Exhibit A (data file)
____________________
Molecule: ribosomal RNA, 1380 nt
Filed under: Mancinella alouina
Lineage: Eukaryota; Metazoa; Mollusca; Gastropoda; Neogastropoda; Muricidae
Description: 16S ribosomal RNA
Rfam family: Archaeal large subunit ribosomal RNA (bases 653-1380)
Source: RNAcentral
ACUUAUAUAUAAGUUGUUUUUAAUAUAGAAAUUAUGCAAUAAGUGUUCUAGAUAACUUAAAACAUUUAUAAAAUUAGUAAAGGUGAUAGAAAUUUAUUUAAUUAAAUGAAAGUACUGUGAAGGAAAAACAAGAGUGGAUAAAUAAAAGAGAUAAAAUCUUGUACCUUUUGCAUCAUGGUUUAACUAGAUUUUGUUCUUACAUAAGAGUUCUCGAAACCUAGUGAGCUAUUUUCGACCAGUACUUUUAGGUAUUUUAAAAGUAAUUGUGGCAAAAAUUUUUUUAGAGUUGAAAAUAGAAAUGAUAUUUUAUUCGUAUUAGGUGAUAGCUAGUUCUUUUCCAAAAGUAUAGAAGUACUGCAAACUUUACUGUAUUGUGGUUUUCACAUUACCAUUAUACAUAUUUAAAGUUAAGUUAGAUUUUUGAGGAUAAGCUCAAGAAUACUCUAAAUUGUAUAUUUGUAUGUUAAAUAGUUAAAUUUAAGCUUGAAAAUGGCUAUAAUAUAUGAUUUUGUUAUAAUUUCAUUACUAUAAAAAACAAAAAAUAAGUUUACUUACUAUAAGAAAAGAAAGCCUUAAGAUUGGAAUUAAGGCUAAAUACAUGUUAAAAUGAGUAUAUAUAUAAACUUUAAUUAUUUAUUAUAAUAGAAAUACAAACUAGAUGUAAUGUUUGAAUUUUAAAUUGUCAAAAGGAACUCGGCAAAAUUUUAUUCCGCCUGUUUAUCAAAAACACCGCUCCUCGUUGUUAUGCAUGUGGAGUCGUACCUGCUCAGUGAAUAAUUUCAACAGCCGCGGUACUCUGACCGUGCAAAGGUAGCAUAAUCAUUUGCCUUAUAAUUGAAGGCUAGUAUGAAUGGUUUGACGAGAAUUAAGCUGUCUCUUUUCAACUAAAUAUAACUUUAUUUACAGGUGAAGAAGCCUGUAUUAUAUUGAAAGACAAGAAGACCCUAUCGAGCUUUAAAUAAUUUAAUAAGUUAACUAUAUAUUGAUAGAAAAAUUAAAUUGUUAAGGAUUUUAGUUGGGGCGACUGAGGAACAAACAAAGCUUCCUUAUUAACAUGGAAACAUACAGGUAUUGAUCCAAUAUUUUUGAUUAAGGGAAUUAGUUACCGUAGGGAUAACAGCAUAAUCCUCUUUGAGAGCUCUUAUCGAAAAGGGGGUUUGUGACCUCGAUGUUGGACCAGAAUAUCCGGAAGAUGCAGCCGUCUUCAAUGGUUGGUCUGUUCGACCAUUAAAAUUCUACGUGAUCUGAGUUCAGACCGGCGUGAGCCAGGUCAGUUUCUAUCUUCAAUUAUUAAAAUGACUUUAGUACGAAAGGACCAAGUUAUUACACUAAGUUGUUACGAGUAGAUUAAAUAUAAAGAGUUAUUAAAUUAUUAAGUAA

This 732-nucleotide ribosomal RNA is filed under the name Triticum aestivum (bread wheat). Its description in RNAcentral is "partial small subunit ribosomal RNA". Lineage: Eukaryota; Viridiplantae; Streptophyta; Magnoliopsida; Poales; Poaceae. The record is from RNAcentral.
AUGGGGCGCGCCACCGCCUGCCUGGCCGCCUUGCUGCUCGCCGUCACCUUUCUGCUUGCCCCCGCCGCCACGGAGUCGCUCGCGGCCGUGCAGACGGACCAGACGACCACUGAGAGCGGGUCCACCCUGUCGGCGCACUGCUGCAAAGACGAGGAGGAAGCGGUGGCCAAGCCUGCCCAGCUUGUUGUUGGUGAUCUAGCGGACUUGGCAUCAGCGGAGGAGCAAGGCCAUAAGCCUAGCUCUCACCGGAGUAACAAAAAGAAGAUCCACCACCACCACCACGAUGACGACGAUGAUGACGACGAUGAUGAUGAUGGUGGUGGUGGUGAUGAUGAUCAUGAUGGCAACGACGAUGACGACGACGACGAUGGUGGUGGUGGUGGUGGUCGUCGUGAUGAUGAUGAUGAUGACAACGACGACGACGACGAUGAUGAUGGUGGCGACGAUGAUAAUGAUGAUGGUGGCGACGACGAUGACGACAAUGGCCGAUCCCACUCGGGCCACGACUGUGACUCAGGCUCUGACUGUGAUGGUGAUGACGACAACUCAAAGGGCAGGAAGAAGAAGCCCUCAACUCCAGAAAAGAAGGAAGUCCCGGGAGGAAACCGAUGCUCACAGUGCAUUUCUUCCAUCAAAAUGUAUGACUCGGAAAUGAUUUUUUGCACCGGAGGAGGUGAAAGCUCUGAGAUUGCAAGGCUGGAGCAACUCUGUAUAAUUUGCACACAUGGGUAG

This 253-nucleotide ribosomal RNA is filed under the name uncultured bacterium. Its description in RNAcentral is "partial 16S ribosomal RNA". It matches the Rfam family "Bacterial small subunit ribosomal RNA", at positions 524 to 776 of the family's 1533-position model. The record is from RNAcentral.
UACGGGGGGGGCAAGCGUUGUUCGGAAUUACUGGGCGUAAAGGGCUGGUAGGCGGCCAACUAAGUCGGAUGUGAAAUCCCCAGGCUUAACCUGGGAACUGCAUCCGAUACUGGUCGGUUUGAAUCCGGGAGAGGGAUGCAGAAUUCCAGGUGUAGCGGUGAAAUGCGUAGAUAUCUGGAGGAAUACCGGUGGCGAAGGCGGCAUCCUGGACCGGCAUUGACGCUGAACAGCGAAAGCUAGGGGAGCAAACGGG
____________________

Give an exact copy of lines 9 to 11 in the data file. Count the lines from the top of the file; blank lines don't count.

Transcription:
AUGGGGCGCGCCACCGCCUGCCUGGCCGCCUUGCUGCUCGCCGUCACCUUUCUGCUUGCCCCCGCCGCCACGGAGUCGCUCGCGGCCGUGCAGACGGACCAGACGACCACUGAGAGCGGGUCCACCCUGUCGGCGCACUGCUGCAAAGACGAGGAGGAAGCGGUGGCCAAGCCUGCCCAGCUUGUUGUUGGUGAUCUAGCGGACUUGGCAUCAGCGGAGGAGCAAGGCCAUAAGCCUAGCUCUCACCGGAGUAACAAAAAGAAGAUCCACCACCACCACCACGAUGACGACGAUGAUGACGACGAUGAUGAUGAUGGUGGUGGUGGUGAUGAUGAUCAUGAUGGCAACGACGAUGACGACGACGACGAUGGUGGUGGUGGUGGUGGUCGUCGUGAUGAUGAUGAUGAUGACAACGACGACGACGACGAUGAUGAUGGUGGCGACGAUGAUAAUGAUGAUGGUGGCGACGACGAUGACGACAAUGGCCGAUCCCACUCGGGCCACGACUGUGACUCAGGCUCUGACUGUGAUGGUGAUGACGACAACUCAAAGGGCAGGAAGAAGAAGCCCUCAACUCCAGAAAAGAAGGAAGUCCCGGGAGGAAACCGAUGCUCACAGUGCAUUUCUUCCAUCAAAAUGUAUGACUCGGAAAUGAUUUUUUGCACCGGAGGAGGUGAAAGCUCUGAGAUUGCAAGGCUGGAGCAACUCUGUAUAAUUUGCACACAUGGGUAG

This 253-nucleotide ribosomal RNA is filed under the name uncultured bacterium. Its description in RNAcentral is "partial 16S ribosomal RNA". It matches the Rfam family "Bacterial small subunit ribosomal RNA", at positions 524 to 776 of the family's 1533-position model. The record is from RNAcentral.
UACGGGGGGGGCAAGCGUUGUUCGGAAUUACUGGGCGUAAAGGGCUGGUAGGCGGCCAACUAAGUCGGAUGUGAAAUCCCCAGGCUUAACCUGGGAACUGCAUCCGAUACUGGUCGGUUUGAAUCCGGGAGAGGGAUGCAGAAUUCCAGGUGUAGCGGUGAAAUGCGUAGAUAUCUGGAGGAAUACCGGUGGCGAAGGCGGCAUCCUGGACCGGCAUUGACGCUGAACAGCGAAAGCUAGGGGAGCAAACGGG